Breach of court order not to encumber
June 12, 2012
Watch out for restraining orders on disposition of a family home before registering a mortgage
It is common in family matters for an order to be made that restrains the parties from disposing of or otherwise encumbering family assets. These orders are generally made under s. 67 of the Family Relations Act and cover the family home and other assets that may be considered family assets.
It is also a common practice for lawyers who act for the parties to secure payment of their fees by registering a mortgage against the family home.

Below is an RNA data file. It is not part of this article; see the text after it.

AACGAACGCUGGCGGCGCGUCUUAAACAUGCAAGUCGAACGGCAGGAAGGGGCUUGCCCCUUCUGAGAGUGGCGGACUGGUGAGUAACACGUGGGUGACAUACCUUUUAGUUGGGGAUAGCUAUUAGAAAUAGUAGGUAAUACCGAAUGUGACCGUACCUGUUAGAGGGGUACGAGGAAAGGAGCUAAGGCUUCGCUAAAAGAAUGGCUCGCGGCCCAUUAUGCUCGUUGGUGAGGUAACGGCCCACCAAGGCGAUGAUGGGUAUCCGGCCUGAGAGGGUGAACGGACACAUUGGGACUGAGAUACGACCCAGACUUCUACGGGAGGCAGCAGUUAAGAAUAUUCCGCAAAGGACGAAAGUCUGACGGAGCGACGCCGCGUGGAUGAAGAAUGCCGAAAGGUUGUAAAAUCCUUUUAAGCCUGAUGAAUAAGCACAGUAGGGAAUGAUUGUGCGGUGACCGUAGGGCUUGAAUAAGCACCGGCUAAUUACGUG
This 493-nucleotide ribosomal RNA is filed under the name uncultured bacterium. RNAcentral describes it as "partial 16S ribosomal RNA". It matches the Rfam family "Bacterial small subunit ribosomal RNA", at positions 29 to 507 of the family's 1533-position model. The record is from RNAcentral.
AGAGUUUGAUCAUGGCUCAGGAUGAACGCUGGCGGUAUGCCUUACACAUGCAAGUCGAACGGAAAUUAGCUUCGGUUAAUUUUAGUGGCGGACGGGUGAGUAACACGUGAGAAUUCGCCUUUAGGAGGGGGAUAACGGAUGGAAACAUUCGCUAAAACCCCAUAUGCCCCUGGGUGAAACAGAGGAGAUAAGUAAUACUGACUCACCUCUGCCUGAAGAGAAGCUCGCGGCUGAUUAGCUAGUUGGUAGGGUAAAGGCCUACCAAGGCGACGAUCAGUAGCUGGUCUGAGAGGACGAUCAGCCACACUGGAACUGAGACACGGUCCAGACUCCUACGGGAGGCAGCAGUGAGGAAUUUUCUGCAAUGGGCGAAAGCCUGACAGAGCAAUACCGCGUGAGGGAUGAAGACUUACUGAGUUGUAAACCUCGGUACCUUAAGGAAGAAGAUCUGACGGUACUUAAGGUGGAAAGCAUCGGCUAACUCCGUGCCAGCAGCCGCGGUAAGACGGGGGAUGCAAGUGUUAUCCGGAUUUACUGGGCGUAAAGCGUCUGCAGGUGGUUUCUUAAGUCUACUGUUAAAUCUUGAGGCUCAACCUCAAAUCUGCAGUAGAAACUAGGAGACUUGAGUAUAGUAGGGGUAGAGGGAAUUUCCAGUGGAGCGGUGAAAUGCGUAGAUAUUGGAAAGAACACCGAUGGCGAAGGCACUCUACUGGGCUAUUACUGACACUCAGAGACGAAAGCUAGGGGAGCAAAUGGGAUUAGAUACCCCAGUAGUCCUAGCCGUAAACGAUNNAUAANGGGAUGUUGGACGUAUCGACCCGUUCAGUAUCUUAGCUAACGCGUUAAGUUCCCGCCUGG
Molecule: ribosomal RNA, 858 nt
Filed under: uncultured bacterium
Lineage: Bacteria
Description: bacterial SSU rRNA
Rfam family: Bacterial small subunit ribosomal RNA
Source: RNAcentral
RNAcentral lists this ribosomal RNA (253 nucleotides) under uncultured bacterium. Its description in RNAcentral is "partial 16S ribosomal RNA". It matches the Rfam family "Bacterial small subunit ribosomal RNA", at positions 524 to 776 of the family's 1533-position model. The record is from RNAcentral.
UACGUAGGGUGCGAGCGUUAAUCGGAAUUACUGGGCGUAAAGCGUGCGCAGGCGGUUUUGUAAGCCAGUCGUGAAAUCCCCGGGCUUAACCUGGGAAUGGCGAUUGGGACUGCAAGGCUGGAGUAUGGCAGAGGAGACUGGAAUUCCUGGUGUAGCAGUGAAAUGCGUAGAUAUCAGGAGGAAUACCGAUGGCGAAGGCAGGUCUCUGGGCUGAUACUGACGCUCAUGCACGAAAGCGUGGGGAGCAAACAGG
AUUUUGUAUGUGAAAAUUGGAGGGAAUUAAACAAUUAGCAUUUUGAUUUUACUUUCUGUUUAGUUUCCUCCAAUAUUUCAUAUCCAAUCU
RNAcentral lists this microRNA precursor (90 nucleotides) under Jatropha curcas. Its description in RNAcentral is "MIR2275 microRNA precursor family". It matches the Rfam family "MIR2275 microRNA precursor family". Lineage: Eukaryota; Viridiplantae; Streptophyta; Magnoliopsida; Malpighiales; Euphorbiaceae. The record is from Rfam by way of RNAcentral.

However, where there is a restraining order in place, if a mortgage is registered without the consent of the parties or a further order of the court that permits it, the lawyer will facilitate a breach of the order by the client.
In these circumstances, because lawyers are officers of the court and owe a duty to maintain the integrity of the legal system, disciplinary action may result.
In a citation hearing that concluded in January 2012, a lawyer was fined $4,500 (Law Society of BC v. Kirkhope, 2012 LSBC 05), where he had forgotten that an order had been made. Other cases have resulted in conduct reviews.
Lawyers who wish to secure their fees by registering a mortgage against a family home should first carefully review the entire file to ensure that no such restraining order exists. If a restraining order has been made, the lawyer must ensure that the client complies with the order or it is varied or the appropriate consents are obtained in writing.